Metro Transit leaders kicked off, with optimism, a two-prong plan to increase safety on light rail in the Twin Cities, while also acknowledging there is work to be done to win back riders.
The new chief of the Metro Transit police said the current laws and code of conduct will be enforced immediately, and temporary teams that include a combination of social workers and community groups will work with people who are homeless as well as those on transit who are struggling with addiction and mental illness.
The high-visibility teams will later be joined by law enforcement to help reduce crime and a sense of insecurity on transit. The plan, pushed this past session by DFLers Rep. Brad Tabke and Sen. Scott Dibble, was approved and funded in the omnibus transportation bill signed last week. It is set to last at least 12 weeks, what Tabke called “an aggressive timeline.”
The new effort is in response to rising crime on light rail and at stations. It is also aimed at increasing ridership levels, which have not fully recovered after the pandemic. Metro Transit reports an increase in crime in the first quarter of 2023 compared to the previous year. Major crimes jumped from 817 incidents to 1,352 this year. Those crimes include drug crimes, which made up 38% of the total.
Less serious crimes including violating no-tresspass orders, liquor use and disorderly conduct jump from 625 incidents last winter to 2,395 in the first three months of 2023.
Metro Transit’s new program to address the problems begins with public outreach events to spread the word about the upcoming campaign. They will be at Target Field station and Lake Street station in Minneapolis, Mall of America in Bloomington, and Central and Union Depot stations in St. Paul.
Once the teams are given time to improve the rider experience, new Transit Rider Investment Program (TRIP) staffers — civilian transit employees who in past versions of the bill were called ambassadors — will be deployed to check for fare payment, help riders navigate the system and summon commissioned officers as needed. Fare enforcement had been the job of transit police who wrote pricey tickets that rarely led to prosecutions. The civilian citations by TRIP agents will be akin to parking tickets.
The agency will also begin contracting with community-based groups like A Mother’s Love and Circle of Discipline who will deploy staff to work directly with people who appear to need social services.
“We have a soft touch,” said Hortense Hollie, the transit project manager for A Mother’s Love. “We will engage them, build community trust over time and we advise them of what services are available.” One technique is to give out bags with water, snacks and toiletries.
Adonis Frazier, a senior program manager and boxing coach with Circle of Discipline, said the program seeks to reach young people before they get into trouble through leadership programs and financial literacy.
“It’s giving the kids an alternative, something different, then just be out here getting into what we call trouble,” Frazier said. “It feels good to be part of this partnership.”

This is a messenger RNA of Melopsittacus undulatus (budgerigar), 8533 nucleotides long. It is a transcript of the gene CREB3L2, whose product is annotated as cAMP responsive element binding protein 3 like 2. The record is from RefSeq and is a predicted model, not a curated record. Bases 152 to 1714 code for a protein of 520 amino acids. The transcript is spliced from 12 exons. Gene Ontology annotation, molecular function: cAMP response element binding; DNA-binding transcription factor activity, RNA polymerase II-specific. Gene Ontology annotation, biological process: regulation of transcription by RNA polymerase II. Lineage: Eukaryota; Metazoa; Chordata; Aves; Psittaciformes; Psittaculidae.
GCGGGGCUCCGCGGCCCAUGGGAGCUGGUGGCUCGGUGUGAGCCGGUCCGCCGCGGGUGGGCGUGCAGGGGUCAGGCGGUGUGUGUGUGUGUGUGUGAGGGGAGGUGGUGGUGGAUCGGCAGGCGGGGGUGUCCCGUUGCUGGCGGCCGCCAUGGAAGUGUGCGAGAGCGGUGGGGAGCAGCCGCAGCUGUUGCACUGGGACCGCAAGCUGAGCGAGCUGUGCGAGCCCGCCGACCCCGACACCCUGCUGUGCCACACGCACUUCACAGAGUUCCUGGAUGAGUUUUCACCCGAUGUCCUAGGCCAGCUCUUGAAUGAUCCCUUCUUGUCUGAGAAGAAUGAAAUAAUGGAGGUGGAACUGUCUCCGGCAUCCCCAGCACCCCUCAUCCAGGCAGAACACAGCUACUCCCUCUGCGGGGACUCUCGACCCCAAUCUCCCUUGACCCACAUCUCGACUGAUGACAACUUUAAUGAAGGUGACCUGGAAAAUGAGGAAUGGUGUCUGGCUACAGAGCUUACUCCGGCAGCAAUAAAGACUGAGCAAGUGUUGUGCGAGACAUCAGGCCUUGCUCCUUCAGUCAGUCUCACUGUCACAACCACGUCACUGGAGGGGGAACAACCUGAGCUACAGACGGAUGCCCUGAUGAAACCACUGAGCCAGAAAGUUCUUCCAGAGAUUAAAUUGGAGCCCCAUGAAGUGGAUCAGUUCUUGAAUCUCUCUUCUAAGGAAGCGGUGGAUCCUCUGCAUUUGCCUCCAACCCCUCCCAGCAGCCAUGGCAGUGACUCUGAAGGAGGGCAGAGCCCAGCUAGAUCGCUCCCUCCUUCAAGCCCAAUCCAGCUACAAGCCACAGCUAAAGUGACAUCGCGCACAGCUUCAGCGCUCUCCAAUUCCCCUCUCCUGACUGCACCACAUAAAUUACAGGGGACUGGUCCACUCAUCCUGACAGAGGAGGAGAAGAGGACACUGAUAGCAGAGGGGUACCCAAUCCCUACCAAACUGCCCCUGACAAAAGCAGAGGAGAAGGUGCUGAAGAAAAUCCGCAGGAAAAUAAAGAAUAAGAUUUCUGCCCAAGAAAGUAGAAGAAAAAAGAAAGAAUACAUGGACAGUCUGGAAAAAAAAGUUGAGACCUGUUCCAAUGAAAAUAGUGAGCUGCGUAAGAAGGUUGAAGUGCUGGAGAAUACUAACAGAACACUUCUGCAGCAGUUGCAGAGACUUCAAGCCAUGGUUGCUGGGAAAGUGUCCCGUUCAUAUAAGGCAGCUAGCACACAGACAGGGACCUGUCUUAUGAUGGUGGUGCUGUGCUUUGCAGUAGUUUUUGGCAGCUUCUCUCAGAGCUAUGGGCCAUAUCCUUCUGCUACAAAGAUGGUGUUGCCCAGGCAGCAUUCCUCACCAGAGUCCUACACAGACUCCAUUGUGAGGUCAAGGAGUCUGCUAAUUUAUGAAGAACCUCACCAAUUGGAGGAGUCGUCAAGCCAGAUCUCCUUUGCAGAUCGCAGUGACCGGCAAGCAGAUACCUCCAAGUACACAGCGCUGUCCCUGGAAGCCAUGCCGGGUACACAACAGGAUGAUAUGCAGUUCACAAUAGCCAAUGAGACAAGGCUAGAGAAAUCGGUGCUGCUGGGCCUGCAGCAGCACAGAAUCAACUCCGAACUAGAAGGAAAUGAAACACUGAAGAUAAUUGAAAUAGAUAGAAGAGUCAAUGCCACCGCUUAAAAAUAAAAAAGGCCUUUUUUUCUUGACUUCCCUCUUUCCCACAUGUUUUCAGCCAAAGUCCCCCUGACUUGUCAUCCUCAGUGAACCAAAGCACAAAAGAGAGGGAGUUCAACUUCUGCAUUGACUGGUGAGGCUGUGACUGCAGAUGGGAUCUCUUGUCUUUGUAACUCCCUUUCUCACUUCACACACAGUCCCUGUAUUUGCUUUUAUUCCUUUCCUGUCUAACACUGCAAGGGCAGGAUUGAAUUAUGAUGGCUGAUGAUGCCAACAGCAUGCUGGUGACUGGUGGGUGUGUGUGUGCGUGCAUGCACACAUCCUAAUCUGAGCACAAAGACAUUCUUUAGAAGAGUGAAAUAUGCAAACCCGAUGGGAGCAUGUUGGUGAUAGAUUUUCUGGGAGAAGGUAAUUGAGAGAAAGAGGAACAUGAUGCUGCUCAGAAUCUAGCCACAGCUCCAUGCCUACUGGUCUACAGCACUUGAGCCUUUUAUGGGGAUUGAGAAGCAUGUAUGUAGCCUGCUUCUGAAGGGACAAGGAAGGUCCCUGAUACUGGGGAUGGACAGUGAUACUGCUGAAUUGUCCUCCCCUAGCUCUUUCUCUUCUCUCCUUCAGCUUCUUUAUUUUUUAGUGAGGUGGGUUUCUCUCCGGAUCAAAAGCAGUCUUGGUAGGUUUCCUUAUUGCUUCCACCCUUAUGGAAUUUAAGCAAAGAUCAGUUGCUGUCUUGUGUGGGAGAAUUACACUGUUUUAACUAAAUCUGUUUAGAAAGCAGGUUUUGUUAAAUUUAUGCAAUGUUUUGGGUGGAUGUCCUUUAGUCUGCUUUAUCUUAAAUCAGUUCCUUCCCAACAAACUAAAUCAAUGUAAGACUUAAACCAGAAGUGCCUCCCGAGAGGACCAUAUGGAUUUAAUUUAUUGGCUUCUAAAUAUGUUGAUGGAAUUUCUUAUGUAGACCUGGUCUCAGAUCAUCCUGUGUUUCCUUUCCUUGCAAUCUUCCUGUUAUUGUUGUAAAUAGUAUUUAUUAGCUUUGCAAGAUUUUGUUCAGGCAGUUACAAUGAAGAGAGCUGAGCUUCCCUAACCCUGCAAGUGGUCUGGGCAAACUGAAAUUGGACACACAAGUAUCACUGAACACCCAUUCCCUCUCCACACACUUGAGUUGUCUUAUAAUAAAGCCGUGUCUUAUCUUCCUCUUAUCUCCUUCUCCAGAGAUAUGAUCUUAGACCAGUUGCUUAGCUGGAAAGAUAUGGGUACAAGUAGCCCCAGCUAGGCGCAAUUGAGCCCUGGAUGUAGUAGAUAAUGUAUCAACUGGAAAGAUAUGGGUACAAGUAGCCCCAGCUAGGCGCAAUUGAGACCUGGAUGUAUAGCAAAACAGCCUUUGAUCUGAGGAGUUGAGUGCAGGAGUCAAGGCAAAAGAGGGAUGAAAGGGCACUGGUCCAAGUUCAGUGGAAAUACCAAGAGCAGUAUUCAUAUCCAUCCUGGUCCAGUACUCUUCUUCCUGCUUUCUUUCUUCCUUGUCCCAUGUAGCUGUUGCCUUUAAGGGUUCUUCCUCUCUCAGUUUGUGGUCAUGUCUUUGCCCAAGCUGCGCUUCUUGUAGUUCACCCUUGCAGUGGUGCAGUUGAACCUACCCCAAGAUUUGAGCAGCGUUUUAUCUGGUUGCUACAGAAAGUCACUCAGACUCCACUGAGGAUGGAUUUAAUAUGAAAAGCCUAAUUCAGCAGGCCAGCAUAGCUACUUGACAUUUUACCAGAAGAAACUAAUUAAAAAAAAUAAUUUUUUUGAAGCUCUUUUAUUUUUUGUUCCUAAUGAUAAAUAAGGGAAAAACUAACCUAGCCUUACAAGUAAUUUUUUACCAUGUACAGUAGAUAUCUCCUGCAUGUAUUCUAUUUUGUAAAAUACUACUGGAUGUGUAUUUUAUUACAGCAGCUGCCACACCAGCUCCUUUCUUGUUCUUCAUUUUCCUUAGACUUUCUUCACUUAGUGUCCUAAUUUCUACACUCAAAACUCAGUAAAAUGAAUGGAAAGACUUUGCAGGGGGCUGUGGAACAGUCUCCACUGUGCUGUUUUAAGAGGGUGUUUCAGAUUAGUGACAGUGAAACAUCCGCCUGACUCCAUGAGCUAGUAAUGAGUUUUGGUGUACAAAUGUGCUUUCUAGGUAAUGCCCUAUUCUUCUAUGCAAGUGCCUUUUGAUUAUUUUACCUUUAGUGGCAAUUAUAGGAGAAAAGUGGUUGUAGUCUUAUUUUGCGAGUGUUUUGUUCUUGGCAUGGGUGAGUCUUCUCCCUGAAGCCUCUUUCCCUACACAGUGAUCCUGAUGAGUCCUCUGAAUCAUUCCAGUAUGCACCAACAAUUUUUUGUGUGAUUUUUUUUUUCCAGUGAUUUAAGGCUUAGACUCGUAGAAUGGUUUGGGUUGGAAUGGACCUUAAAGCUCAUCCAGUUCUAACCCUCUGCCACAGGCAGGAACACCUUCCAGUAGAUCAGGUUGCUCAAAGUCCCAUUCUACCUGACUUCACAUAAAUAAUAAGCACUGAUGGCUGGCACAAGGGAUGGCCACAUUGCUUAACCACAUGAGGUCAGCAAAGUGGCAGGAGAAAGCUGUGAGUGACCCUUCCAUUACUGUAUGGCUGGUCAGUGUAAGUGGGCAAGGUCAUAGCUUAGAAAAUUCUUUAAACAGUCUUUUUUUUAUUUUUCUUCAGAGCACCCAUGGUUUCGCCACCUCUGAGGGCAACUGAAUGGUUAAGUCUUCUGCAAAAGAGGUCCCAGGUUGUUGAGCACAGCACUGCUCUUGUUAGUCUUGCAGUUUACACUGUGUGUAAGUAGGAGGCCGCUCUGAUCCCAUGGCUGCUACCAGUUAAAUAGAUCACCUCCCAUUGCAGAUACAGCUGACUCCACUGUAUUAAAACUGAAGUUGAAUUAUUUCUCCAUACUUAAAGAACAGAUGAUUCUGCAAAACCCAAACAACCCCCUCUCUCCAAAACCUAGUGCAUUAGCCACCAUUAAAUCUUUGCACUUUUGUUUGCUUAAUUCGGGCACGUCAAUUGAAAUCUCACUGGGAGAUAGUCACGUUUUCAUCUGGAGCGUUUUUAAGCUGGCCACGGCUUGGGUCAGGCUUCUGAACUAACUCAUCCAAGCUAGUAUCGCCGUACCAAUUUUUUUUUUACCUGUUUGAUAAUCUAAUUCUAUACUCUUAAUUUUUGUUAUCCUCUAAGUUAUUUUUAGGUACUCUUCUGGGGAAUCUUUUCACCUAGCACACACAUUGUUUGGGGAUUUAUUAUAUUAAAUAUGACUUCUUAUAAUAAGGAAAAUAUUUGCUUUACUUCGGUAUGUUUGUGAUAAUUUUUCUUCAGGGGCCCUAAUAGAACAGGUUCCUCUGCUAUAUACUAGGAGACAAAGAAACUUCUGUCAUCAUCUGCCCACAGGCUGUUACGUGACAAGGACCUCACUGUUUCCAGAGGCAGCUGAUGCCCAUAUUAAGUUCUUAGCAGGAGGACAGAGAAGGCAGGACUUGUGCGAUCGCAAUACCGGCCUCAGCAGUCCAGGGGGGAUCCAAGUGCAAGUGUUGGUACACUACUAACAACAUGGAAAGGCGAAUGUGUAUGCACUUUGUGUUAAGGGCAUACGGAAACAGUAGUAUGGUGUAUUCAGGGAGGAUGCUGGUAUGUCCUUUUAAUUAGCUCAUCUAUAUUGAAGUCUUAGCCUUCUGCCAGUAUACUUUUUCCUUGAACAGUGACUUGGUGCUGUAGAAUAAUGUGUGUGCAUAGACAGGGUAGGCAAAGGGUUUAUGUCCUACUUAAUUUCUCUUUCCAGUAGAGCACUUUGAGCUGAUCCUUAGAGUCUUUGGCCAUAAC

There will be new efforts to clean stations, buses and trains more frequently, and while a code of conduct already exists, the new law requires the council to stiffen the code after receiving public input. One requirement of the legislation is that sleeping on trains will not be a violation.
Metro Transit has been under pressure to deal with crime and perceptions of unsafe conditions. It has deployed homeless action teams for several years to direct people to shelters. The agency has a safety and security plan and has spent $3 million contracting with private security to give extra attention to hot-spots like the Lake Street and Franklin light rail stations in Minneapolis and the Central Station in St. Paul as well as the Brooklyn Center transit center.
But it has asked for three years for the authority to shift fare enforcement to non-commissioned officer staff to free up cops for law enforcement. It was blocked in the GOP-controlled Senate. The DFL trifecta this session cleared the way for the change.
“It’s not just addressing safety, it’s about addressing things like addiction, mental health and so much more, which prevents our customers from enjoying the customer experience they deserve,” said Met Council Chair Charlie Zelle.
Tabke, DFL-Shakopee, said the bottom-line purpose of the effort is to bring riders back to the system.
“What we hope and believe that this will do is increase the number of folks who are riding transit on a day-to-day basis. That’s the way we have the safest transit system is to have more riders,” he said.
Chief Ernest Morales III, who spent much of his career with the New York City Police Department, said Thursday that his goal is to give riders “the experience of a clean ride.”
“Make no mistake about it: We will enforce the code of conduct in an empathic, professional and respectful manner. We will enforce the law. We will be out there providing services for the needy but making it a great experience for the passengers.” Morales said. “When we see a violation taking place, we are going to immediately enforce it.”
But a force budgeted at 171 officers has just 107 on staff, a result of the same struggle to hire cops that most other agencies face. Morales said he hopes to add up to two dozen new officers, many from the current group of community services officers, by the end of summer.